- Investment Insight
- 7 minute read
Method in the madness
In our last article, we wrote that not all ETFs are created equal and urged investors to look at more than just the label and the cost: labels can mislead and cost doesn’t always equal value, was our message.
Given that there are now approximately 1,591 Exchange Traded Products listed on the London Stock Exchange freely available to investors through investment advisers, fund supermarkets and roboadvisory services, we think this is sound advice. Where on earth do you begin to make sense of it all?
Our Close Tactical Select Passive (TSP) fund range aims to be the purest expression of our 'house view': from Strategic Asset Allocation (SAA) to Tactical Asset Allocation (TAA), and on to index and ETF selection in the passive universe. The index you choose to reflect your world view is crucial: its stock selection methodology (price, yield or capitalisation?); its calculation methodology (market cap weighted?); turnover (high or low?); rebalancing (quarterly?); and tax (net or gross?). These are just a few of the factors to consider. If index turnover is high, for example, then an ETF replicating it might face higher transactional costs which may increase its OCF.
Once we’ve decided on our index, we revert to our approved panel of ETF providers to see which offers our best option. Currently, Close Brothers has a list of over 10 approved providers including some well-known (iShares and Vanguard) and some lesser-known names (First Trust and Lyxor) satisfying our stringent due diligence process. Close Brothers would never invest in an ETF from a provider we have not approved.
You can’t always get what you want
You might think: who cares about methodology? The truth of course is that ETF providers effectively replicate and extrapolate indices within a vacuum and play by their own theoretical rules. Many don’t trade, they only track. It follows that once you’ve defined what you intend to do, you need to find an ETF provider whose methodology can express your intentions as faithfully as possible. Within the checks and balances you would expect from our investment research process, I have certain freedoms in choosing the best way to express our 'House View'.
Let’s say you’re interested in Value. Value factor investing is well documented academically and worth exploring - it’s discussed as often as it is poorly understood. Yet MSCI, S&P and FTSE all define Value differently:
- MSCI: Earnings to price, book to price and Enterprise Value/ Cash from Operations (EV/CFO)
- S&P: Earnings to price, book to price & sales to price
- FTSE: Earnings yield, sales to price and cash flow yield
MSCI alone has at least three variants, namely: Value, Prime Value and Enhanced Value. Returns, tracking error and standard deviation all vary greatly – in fact total returns varied by more than 21% between Value and Enhanced Value, in our proprietary analysis*. One index, one provider with at least three Value methodologies and totally different outcomes! It’s probably around now that madness starts to set in if you’re going it alone!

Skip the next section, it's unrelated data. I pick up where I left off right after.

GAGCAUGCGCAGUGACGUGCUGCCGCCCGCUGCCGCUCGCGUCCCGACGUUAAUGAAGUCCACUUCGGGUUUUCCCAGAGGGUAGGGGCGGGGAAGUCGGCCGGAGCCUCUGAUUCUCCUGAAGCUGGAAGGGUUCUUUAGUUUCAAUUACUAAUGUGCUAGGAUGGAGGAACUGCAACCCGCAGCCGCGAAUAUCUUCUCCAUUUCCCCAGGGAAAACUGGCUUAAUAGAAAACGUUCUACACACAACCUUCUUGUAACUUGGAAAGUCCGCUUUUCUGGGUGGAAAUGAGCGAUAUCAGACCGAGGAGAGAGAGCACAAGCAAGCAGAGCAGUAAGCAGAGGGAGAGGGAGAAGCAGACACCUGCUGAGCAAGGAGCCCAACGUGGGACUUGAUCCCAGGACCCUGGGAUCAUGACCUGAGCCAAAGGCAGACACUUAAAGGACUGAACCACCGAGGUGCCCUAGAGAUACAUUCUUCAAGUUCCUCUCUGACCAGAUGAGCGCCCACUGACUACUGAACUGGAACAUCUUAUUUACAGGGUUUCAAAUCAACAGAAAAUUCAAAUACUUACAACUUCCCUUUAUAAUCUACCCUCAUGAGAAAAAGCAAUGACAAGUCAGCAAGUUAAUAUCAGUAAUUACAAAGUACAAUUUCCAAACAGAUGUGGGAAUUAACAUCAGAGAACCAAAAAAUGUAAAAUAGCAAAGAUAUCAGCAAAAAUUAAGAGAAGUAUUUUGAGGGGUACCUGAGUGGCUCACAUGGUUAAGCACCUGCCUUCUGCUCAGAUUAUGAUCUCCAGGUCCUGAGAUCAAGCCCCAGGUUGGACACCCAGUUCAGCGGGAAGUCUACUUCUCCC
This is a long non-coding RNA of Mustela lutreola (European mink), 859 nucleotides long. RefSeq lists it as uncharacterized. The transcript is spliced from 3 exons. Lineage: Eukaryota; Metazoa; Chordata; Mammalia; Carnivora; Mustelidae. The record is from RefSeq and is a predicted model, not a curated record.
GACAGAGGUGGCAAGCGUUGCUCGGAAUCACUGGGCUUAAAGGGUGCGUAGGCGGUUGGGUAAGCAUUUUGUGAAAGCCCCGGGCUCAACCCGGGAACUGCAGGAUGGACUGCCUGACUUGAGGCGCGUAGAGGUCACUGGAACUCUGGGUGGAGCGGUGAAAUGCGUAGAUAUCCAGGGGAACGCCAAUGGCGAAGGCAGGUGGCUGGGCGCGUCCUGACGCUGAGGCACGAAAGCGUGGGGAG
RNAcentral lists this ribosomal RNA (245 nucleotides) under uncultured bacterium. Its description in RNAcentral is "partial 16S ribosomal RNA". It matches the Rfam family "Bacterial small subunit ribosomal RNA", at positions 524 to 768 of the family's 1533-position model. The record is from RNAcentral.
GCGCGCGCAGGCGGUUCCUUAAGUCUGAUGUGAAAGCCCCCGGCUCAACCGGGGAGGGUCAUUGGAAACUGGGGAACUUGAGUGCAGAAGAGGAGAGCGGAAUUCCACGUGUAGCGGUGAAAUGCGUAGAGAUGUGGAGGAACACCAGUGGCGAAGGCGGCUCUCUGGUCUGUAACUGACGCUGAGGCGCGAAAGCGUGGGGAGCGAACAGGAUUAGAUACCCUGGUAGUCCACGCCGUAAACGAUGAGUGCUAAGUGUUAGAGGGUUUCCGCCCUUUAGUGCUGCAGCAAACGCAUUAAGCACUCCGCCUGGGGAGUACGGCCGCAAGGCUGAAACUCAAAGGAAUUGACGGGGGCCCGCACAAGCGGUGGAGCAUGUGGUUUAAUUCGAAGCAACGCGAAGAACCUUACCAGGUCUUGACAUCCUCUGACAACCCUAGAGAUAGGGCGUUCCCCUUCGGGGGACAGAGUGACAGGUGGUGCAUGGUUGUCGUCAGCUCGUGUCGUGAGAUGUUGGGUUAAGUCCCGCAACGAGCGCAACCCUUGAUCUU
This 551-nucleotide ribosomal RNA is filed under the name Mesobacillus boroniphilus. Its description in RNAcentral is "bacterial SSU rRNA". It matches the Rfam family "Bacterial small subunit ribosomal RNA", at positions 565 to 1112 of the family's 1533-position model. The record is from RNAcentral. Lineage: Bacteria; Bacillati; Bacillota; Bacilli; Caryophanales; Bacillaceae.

Not always the name
First Trust US Equity Income UCITS ETF, held in the Close TSP fund range, is a case in point. Although not labelled Value, its method for stock inclusion results in a Value-orientation. Potential constituents must generally correspond to the price and yield of the NASDAQ US High Equity Income Index before applying factors including liquidity, dividend yield and dividend growth and then filtering by their debt-to-assets ratio (<75%), three-year dividend payout ratio (<90%) and positive free cash flow. Finally, the companies are weighted by net income minus dividends paid. It is rebalanced semi-annually.
Passives always diversify, right?
From this ensues a logical conclusion: that this filtering, or weeding out, of undesirable names, also concentrates your focus and possibly your risk. This kind of methodology takes you to Smart Beta and sector ETFs. Whether this is intentional or accidental takes us circuitously to where we began – what is it that you want to express with this index? Regulations are also at play here. In Europe, UCITS has its 5/10/40 rule: no one stock may be greater than 10% and those between 5% and 10% weightings can in aggregate be no more than 40% of the ETF created. Thus, index providers adhere to these rules at the index methodology stage so the UCITS ETF providers
can actually track the index in question. And consequently, there might be performance differences between US-domiciled ETFs that don’t have this 5/10/40 diversification rule and their EU counterparts.
As the ETF market has grown in popularity, so too has our choice. But for many investors this means confusion rather than profusion - a layperson can easily be blind-sided or, worse still, misunderstand the cost of getting it wrong. At Close Brothers Asset Management, we believe that doing this spade work for our clients adds significantly and measurably to both their returns and their experience of investing through our Close TSP fund range.
*MSCI Indices Total Return, 5 years to end June 2018.
This article is only intended for use by UK investment professionals and should not be distributed to or relied upon by retail clients. The value of investments will go up and down and clients may get back less money than they invested. Past performance is not a reliable indicator of future returns. The information contained in this document is believed to be correct but cannot be guaranteed. Opinions constitute our judgment as at the date shown and are subject to change without notice. This document is not intended as an offer or solicitation to buy or sell securities, nor does it constitute a personal recommendation.